Ceremony Coffee sources only seasonal beans with an 85+ rating, which are offered as single-origin coffees or added to their signature blends. The ceremony also directly supports community projects, including a venture that supplies coffee producers in Guatemala with high-tech weathervane devices.

Choosing The Best Mexican Coffee

Mexican coffee hasn’t always had a reputation for quality, particularly in North America. In the past, it was only the lower grade beans that made it here, with the cream of the crop finding its way to European countries. But by knowing a little about how beans are grown in Mexico, you can ensure you’ll be buying a coffee you love.

Mexican coffee regions

A Brief History of Coffee in Mexico

The birth of coffee growing in Mexico goes back to the late 1700s when the Spanish imported coffee from the Dominican Republic and Cuba. It wasn’t until nearly a century later that it was produced for export, with the beans generally coming from large plantations owned by European settlers.

Sentiment against large private landholdings remains strong.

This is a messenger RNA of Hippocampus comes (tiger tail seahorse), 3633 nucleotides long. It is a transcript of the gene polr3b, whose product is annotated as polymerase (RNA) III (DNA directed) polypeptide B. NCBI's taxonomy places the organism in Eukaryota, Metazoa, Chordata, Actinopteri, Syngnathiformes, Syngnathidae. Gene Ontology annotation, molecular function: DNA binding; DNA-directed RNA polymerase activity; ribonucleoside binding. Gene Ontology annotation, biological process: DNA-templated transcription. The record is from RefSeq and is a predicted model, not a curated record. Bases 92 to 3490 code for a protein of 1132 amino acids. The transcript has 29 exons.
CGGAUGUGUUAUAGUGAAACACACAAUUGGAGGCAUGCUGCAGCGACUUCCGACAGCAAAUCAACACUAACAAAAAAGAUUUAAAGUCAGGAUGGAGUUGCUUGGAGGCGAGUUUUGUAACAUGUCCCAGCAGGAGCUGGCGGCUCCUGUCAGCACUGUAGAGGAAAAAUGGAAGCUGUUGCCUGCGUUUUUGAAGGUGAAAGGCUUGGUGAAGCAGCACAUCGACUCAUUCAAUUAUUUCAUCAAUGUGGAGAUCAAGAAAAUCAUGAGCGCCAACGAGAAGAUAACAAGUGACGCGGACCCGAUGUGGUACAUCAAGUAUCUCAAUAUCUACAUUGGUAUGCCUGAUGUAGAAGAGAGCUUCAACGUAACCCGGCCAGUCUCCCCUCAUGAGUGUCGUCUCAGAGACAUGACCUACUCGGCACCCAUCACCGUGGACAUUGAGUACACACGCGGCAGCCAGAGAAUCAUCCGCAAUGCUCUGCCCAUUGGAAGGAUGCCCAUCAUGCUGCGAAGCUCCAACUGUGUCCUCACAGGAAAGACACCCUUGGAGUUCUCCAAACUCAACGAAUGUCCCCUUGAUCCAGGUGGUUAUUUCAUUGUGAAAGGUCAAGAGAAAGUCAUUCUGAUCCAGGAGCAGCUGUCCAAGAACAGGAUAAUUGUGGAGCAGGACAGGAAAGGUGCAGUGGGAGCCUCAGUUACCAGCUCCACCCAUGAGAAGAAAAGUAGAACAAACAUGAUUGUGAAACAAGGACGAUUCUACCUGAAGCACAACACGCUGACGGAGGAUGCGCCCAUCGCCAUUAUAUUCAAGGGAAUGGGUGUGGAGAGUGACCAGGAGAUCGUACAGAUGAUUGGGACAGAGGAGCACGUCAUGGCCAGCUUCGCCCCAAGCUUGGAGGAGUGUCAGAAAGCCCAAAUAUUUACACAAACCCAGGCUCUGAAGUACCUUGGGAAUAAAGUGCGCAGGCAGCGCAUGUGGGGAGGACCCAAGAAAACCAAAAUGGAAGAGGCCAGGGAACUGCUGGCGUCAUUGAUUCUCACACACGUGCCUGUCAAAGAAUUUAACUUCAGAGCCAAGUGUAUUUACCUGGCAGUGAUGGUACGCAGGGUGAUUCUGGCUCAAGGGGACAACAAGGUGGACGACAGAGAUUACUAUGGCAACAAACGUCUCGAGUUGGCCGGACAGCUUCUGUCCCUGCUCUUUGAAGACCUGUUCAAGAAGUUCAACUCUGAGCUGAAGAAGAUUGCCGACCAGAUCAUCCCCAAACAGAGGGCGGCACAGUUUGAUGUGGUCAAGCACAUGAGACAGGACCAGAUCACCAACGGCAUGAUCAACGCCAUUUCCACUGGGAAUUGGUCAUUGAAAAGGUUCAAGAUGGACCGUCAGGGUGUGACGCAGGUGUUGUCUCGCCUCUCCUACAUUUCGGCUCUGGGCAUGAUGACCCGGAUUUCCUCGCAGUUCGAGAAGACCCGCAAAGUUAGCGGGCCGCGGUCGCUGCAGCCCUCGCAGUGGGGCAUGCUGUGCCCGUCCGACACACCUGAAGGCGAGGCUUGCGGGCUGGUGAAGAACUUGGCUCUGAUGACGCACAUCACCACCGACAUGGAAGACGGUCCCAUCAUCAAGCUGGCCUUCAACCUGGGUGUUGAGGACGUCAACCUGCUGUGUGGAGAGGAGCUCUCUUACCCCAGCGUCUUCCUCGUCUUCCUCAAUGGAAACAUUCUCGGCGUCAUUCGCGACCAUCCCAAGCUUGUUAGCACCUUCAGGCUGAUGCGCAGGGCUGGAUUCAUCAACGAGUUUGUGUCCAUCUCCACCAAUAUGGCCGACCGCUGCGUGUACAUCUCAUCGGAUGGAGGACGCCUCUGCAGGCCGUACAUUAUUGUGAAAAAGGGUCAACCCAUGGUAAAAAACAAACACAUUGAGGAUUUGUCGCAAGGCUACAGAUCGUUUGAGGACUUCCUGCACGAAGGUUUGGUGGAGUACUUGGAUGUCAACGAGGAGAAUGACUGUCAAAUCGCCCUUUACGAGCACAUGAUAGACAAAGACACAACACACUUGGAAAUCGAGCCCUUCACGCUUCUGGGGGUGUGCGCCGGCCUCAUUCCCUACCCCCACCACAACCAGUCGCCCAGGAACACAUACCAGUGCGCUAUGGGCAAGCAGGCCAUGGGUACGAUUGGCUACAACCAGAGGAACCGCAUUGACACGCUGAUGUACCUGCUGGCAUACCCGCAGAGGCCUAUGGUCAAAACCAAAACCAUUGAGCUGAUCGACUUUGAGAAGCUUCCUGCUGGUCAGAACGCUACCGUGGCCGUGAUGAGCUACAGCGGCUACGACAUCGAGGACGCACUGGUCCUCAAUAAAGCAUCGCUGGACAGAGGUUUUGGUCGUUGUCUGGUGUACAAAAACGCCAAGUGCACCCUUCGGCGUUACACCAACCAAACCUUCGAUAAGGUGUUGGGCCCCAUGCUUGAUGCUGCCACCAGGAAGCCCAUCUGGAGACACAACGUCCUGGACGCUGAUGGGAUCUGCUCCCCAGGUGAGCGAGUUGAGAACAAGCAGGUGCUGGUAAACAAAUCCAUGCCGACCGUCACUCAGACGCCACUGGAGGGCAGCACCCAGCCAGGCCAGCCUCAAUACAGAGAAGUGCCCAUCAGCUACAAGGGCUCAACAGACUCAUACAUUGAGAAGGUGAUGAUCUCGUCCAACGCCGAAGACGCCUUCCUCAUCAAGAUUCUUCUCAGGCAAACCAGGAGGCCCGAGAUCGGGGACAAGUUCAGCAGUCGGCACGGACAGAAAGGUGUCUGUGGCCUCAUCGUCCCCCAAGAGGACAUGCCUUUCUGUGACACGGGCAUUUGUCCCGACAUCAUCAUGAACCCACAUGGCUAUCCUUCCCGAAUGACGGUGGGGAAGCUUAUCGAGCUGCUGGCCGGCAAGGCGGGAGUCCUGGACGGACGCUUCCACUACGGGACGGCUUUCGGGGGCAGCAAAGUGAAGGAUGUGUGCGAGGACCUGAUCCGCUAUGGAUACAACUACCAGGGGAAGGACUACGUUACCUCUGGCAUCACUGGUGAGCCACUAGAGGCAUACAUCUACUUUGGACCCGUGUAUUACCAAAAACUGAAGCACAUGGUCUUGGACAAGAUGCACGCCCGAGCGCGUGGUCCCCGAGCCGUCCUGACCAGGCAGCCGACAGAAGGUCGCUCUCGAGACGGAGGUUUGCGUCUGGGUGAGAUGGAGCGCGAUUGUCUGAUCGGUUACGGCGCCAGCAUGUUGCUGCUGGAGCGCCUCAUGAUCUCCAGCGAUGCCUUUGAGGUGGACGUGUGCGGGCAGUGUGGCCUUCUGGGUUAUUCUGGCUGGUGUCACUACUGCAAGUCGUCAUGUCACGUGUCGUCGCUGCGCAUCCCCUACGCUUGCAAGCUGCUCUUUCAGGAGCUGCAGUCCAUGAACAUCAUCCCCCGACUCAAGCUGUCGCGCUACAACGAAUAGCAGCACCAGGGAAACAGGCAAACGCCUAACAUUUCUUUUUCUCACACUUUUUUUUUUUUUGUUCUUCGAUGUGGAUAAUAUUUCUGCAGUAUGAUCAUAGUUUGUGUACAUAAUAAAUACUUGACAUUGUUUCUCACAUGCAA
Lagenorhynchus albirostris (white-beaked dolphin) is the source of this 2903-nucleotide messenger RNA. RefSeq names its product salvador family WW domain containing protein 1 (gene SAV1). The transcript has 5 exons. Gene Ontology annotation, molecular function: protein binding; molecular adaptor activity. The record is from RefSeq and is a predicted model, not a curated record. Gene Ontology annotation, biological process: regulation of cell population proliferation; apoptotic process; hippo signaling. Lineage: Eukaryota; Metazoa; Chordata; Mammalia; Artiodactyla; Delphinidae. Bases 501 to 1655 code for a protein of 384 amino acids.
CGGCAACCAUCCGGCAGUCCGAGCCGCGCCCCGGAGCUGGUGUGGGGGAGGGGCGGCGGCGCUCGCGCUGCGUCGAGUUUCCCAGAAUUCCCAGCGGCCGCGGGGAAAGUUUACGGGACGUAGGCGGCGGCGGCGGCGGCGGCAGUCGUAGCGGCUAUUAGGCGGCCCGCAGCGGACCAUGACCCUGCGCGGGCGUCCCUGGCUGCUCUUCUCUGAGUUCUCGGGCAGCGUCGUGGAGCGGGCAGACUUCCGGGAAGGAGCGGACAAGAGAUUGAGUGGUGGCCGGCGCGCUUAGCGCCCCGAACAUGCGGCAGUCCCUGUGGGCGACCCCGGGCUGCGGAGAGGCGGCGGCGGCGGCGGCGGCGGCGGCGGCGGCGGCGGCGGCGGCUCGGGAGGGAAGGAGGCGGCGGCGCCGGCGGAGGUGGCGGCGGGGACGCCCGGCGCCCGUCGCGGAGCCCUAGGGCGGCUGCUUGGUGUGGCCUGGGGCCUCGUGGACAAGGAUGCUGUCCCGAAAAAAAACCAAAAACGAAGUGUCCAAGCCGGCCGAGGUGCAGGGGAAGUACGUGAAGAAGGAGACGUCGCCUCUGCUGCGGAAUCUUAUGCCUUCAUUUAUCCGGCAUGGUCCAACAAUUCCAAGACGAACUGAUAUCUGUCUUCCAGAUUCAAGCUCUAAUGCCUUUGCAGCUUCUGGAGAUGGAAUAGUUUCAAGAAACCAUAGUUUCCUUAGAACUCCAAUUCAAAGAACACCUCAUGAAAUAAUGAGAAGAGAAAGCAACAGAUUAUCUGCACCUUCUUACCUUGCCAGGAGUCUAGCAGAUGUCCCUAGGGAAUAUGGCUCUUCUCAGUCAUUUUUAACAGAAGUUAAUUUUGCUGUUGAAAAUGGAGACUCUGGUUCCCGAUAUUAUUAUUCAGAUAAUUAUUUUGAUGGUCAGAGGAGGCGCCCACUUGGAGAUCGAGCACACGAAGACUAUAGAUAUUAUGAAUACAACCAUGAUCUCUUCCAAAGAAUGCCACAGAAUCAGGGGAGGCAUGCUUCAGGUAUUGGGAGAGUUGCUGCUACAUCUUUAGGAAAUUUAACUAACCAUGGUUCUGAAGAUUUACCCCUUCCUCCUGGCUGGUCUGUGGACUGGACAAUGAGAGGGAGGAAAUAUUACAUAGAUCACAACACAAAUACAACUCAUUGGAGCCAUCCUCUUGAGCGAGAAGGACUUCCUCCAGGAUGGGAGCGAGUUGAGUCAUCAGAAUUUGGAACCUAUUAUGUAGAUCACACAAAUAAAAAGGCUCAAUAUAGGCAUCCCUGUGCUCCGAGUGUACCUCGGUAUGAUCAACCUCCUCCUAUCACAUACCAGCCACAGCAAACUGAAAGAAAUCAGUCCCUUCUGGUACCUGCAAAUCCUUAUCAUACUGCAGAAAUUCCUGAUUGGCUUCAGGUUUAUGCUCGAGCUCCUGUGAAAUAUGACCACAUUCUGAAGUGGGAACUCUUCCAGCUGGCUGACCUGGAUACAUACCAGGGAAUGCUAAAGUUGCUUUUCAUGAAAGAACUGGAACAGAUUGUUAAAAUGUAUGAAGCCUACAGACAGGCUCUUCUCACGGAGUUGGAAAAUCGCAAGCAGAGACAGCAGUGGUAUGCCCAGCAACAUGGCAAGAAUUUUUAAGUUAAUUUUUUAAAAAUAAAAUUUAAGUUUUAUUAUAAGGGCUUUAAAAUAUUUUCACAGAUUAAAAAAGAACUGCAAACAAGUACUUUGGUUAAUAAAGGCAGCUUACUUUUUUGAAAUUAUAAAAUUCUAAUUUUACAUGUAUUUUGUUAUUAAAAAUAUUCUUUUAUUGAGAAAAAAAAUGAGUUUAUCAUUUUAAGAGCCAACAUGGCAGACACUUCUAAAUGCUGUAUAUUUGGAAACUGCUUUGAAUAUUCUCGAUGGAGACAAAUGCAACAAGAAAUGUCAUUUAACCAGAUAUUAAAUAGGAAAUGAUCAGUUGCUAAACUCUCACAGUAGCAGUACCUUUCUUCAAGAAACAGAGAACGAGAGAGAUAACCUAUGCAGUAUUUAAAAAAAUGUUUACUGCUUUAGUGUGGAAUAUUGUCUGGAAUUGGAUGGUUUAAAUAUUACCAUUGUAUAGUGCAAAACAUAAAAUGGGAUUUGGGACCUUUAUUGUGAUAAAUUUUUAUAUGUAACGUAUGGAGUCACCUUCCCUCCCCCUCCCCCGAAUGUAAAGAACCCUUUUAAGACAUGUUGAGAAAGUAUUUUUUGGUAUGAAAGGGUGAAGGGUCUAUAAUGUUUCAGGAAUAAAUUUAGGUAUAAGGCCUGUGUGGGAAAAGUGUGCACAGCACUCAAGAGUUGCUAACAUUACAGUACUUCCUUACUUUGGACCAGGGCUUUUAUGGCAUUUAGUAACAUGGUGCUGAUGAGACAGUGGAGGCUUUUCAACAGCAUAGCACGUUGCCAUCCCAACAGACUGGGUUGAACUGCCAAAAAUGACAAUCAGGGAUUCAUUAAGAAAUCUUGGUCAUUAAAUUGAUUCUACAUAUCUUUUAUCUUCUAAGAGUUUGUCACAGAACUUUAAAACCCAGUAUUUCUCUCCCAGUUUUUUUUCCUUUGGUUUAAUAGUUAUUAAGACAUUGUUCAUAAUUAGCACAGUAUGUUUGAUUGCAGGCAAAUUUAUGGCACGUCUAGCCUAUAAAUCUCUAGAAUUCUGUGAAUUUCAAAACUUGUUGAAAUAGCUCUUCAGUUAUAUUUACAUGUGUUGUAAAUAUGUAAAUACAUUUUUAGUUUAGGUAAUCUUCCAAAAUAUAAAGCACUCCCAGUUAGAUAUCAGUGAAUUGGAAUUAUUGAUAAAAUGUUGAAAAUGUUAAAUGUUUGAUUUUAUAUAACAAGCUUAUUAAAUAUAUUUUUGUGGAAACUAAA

After the Mexican Revolution, these haciendas were broken up and the land redistributed to indigenous laborers, creating small-scale farms that still exist today. By the 1970s, the Mexican government realized the potential of the country’s crops and set up INMECAFE to help provide support for farmers, resulting in a production increase of up to 900% in some areas (2).

Following government reform in the late ’80s, INMECAFE was defunded. At the same time, the international coffee market collapsed, and Mexico’s farmers were left without a way to sell their crops. It’s only recently that the industry is recovering, primarily due to the interest in specialty beans.

The Power of the Cooperative

Farmers’ cooperatives began to emerge after the coffee industry crashed. Farmers needed a line to the global market, and large buyers weren’t willing to negotiate with such small producers individually.

[The cooperatives] have come to represent islands of self-determination within a political spectrum that barely recognises their existence.

Cooperatives weren’t just a way of selling their beans, but also exploring more lucrative markets. Organic farming was traditionally the default for Mexican growers, and thanks to the work of cooperatives, the country now is one of the world’s biggest producers of organic coffee (3). The support to earn Fair Trade and Rainforest Alliance certifications also helps farmers to fetch higher prices.